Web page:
“In all the annals of preservation of the peace there is no story that runs more gallantly than this.”
—Springfield Leader, January 4, 1932
As dusk fell on a bitterly cold night during the Great Depression, a posse of ten local lawmen approached two brothers holed up in an isolated Missouri farmhouse. Minutes later, six officers were dead, three were wounded, and the outlaws had escaped. After a wild car chase through Oklahoma and across Texas, police finally surrounded Harry and Jennings Young in their Houston hideout.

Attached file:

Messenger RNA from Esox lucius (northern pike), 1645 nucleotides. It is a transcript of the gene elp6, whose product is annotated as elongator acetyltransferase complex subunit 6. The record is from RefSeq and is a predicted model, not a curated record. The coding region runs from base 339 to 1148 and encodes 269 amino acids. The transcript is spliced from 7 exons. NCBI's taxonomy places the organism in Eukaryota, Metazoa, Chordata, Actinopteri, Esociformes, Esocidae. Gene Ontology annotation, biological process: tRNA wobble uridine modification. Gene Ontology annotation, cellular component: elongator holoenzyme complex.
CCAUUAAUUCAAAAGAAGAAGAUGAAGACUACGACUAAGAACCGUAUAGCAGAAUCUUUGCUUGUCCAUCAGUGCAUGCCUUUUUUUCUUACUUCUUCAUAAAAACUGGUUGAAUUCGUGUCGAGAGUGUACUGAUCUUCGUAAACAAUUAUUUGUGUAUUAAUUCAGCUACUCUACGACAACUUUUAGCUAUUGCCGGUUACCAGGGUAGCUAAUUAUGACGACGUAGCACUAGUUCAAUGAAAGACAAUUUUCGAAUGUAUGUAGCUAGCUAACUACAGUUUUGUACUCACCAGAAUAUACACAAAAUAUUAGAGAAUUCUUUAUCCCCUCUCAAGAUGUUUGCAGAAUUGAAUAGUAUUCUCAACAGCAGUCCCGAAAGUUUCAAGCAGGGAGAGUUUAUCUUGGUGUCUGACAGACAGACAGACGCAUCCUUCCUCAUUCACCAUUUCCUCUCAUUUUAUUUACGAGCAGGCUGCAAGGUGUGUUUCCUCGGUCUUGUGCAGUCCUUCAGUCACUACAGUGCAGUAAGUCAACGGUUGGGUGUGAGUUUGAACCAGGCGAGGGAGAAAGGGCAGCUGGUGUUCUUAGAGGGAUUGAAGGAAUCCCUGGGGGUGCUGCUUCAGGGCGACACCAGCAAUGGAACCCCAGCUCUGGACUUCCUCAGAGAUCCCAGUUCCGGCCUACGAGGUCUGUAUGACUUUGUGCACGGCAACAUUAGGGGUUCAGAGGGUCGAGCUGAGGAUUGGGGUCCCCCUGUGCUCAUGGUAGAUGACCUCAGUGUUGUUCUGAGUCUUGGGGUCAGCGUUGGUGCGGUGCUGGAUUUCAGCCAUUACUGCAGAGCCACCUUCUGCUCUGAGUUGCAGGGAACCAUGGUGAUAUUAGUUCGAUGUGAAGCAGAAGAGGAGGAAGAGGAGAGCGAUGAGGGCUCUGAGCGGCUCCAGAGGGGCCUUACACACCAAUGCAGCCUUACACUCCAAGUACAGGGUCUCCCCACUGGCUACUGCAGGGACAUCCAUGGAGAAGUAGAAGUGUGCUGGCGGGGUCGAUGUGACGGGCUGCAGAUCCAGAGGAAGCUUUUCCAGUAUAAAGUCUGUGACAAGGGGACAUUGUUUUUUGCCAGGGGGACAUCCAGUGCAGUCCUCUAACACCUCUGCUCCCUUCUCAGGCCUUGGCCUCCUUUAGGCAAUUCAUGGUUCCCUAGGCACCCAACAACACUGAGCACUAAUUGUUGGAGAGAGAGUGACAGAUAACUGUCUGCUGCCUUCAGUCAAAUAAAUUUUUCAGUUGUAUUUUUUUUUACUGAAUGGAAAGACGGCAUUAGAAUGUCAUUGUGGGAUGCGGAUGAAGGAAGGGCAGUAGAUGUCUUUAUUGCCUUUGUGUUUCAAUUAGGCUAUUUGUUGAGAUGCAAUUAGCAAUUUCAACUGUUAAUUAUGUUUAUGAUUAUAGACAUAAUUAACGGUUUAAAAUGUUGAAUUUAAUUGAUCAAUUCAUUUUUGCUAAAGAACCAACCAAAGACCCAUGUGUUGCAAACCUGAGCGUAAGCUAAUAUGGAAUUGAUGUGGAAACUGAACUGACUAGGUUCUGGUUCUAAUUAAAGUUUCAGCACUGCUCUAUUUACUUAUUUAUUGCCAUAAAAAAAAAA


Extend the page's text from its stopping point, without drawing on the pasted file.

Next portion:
The brutal killings attracted the national press (at first Pretty Boy Floyd was rumored to be involved) and the “carnival of carnage” that became known as the Young Brothers Massacre represented the highest number of law enforcement officers killed on a single day until September 11, 2001. Even in the hardscrabble Ozarks, a region historically known for frontier justice and vigilante activity, these crimes caused a sensation, and the Young brothers briefly joined the ranks of infamy with Bonnie and Clyde and other famous outlaws.